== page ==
Government censorship of the Web, including attempts from Western democracies to silent political speech, rose significantly during the second half of 2011, according to the most recent data released by Google. Of the 1007 requests from governments around the world to take down content, including YouTube videos and search results, Google complied with more than half of them.
Google has also seen a jump in government requests for users’ private data, with the U.S. government issuing more than 6,000 such requests.
News of a spike in censorship and user data requests from governments around the world comes with the release of the biannual Google Transparency Report, first launched in 2010, which Google posted online late Sunday night.
The reasons for, and nature of, the censorship request vary widely: defamation, hate speech, pornography, privacy and security, national security, impersonation, electoral law, copyright infringement, and that forever-vauge category “other.”
During the second half of last year (July through December), U.S. government agencies issued a total of 187 requests for the removal of 6,192 individual items. Of those, 117 were formal requests, while the remaining 70 requests came in an informal manner (such as a phone call). Google says that it complied with 40 percent of the formal take-down requests, and 44 percent of the informal ones.
Only Brazil issued more individual requests than the the U.S., but sought the take-down of a fraction of the content compared to the U.S. government.
In terms of private user data, the U.S. government issued 6,321 total requests of information from 12,243 accounts during the July through December 2011 period. That marks a 37 percent increase from the previous six months, during which U.S. government agencies asked that Google supply user data 5,950 times, which concerned 11,057 accounts. Google’s senior policy analyst Dorothy Chou tells Forbes that many of the requests are for user IP addresses, which are used by local law enforcement in criminal cases.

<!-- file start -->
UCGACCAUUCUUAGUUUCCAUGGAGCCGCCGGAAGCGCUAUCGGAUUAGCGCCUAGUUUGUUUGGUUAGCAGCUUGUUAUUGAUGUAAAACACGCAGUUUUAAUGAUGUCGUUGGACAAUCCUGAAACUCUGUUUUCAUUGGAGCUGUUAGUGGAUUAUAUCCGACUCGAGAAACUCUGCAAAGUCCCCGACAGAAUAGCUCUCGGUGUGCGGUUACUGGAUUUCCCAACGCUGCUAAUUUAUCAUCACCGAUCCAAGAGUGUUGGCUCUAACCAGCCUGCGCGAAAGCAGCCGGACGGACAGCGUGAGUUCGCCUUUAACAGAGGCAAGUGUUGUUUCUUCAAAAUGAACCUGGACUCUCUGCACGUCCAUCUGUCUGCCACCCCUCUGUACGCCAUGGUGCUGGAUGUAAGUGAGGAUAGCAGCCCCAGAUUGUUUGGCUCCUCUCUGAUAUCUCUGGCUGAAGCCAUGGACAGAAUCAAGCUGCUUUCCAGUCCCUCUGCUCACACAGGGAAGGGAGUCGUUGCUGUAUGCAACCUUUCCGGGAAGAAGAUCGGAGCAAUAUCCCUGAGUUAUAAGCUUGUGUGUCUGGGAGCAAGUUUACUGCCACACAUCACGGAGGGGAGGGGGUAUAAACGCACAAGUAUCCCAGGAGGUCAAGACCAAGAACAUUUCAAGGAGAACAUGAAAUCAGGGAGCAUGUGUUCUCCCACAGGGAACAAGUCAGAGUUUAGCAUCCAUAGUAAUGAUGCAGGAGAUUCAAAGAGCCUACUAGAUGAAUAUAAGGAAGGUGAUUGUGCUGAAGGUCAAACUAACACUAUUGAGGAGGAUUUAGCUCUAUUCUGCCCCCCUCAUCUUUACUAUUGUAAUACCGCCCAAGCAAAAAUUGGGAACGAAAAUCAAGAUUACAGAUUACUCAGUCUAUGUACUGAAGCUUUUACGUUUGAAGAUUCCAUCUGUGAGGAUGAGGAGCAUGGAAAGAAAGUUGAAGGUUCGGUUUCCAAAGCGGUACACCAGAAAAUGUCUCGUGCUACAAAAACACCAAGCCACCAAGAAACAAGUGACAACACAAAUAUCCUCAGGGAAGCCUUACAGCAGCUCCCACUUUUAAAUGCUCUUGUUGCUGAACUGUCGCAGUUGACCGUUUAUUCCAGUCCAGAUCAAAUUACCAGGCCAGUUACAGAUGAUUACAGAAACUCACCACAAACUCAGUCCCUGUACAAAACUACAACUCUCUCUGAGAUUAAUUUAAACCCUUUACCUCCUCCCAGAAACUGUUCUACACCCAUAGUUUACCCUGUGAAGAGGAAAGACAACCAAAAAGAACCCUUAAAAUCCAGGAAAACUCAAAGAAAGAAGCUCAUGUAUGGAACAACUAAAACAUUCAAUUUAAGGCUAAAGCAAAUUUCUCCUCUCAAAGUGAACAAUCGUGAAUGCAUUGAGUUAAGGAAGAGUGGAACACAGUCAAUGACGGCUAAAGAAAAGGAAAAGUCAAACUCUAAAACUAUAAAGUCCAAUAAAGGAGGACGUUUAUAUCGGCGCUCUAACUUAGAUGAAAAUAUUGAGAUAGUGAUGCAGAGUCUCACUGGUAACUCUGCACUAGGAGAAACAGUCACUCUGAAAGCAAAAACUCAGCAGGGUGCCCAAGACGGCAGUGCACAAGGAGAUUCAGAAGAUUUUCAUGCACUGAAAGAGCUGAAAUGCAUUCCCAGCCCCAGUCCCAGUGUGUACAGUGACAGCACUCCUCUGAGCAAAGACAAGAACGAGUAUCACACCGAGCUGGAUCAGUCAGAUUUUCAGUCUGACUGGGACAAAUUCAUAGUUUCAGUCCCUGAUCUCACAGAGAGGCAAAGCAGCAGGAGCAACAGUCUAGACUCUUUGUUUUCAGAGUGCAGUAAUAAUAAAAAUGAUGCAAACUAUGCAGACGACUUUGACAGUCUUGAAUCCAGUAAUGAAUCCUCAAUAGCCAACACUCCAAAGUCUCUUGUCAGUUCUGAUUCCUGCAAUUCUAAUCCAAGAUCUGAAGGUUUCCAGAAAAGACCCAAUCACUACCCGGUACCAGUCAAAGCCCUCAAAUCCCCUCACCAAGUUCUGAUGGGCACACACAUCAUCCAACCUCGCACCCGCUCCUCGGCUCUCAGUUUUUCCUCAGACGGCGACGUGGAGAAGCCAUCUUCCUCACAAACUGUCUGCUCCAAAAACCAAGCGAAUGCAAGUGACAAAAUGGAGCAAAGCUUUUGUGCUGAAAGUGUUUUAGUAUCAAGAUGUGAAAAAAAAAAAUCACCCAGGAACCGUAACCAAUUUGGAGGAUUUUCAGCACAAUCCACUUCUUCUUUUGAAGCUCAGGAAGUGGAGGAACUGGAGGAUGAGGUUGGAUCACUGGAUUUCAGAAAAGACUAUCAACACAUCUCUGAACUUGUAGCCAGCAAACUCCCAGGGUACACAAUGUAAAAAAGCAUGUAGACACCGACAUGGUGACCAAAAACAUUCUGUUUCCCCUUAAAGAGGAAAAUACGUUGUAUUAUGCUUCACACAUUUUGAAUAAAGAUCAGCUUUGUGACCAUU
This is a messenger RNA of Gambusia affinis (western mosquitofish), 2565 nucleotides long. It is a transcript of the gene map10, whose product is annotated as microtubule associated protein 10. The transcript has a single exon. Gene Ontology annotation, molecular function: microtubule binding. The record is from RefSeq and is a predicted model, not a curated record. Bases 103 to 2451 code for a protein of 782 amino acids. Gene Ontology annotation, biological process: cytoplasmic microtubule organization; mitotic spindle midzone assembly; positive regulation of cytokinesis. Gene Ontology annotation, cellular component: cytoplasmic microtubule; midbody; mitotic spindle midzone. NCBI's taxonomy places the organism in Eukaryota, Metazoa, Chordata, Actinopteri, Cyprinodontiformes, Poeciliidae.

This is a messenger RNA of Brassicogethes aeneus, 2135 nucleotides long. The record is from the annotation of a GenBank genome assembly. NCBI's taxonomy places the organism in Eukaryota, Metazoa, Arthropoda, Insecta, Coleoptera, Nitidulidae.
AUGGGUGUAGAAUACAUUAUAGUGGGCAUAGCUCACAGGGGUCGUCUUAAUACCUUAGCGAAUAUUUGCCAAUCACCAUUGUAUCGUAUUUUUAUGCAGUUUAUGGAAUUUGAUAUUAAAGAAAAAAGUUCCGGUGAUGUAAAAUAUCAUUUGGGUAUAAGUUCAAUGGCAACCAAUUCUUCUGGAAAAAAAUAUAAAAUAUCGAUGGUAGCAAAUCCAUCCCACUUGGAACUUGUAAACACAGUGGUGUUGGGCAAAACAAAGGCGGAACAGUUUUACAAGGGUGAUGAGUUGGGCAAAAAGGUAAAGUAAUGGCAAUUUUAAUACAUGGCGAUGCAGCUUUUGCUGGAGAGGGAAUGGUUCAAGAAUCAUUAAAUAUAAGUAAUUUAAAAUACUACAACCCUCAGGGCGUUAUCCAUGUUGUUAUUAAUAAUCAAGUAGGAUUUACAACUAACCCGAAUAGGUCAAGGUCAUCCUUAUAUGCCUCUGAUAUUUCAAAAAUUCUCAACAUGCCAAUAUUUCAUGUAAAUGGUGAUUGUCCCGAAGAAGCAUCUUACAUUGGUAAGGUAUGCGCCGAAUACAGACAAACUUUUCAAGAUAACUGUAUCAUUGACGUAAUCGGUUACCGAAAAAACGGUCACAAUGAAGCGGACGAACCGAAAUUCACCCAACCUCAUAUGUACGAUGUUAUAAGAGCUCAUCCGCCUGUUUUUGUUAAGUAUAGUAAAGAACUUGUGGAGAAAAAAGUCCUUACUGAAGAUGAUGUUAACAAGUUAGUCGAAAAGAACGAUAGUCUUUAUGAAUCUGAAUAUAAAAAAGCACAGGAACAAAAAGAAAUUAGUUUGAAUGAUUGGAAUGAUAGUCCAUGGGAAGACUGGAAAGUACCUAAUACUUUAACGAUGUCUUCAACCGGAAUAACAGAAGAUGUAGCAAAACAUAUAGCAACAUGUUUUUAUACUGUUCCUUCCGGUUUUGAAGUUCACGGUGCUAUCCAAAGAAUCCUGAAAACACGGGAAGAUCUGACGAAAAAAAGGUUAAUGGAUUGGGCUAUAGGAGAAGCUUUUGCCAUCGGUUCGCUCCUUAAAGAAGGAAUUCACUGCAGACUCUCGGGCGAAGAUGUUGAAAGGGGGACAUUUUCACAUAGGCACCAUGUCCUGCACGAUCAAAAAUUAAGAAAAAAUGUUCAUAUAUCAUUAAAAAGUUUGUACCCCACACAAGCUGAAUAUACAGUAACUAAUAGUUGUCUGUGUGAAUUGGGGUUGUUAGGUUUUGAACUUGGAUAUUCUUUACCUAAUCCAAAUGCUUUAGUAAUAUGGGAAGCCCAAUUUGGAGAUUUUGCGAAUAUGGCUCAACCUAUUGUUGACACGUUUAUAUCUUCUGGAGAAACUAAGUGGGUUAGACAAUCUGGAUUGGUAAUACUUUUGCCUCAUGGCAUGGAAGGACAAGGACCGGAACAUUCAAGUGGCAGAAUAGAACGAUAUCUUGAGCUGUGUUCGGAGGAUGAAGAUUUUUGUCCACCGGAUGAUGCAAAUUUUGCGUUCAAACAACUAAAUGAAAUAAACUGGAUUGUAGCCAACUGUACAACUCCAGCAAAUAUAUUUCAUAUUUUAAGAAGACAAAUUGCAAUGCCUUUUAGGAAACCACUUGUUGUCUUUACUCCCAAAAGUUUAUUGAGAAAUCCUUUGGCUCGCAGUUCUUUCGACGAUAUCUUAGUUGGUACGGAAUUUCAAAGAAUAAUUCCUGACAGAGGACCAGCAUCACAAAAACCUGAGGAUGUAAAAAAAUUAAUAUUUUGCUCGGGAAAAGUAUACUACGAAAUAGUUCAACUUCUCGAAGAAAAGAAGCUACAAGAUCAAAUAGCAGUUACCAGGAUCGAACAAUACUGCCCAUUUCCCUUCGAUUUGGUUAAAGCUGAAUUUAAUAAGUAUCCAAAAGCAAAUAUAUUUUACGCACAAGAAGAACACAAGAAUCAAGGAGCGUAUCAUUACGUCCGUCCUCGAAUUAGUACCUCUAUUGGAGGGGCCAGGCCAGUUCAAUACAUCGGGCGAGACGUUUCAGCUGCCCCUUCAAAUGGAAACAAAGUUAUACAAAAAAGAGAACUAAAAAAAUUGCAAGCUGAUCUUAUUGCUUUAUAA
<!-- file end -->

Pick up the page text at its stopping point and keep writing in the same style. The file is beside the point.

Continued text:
In both the first and second parts of 2011, Google complied with user data requests from U.S. government agencies 93 percent of the time.
While the U.S. government is the most active in terms of issuing content take-downs and user data, Google does not single out the U.S. as filing an egregious number of politics-related requests, though it does say such request do come from “Western democracies.”
“For example, in the second half of last year, Spanish regulators asked us to remove 270 search results that linked to blogs and articles in newspapers referencing individuals and public figures, including mayors and public prosecutors,” writes Chou in a blog post. “In Poland, we received a request from a public institution to remove links to a site that criticized it. We didn’t comply with either of these requests.”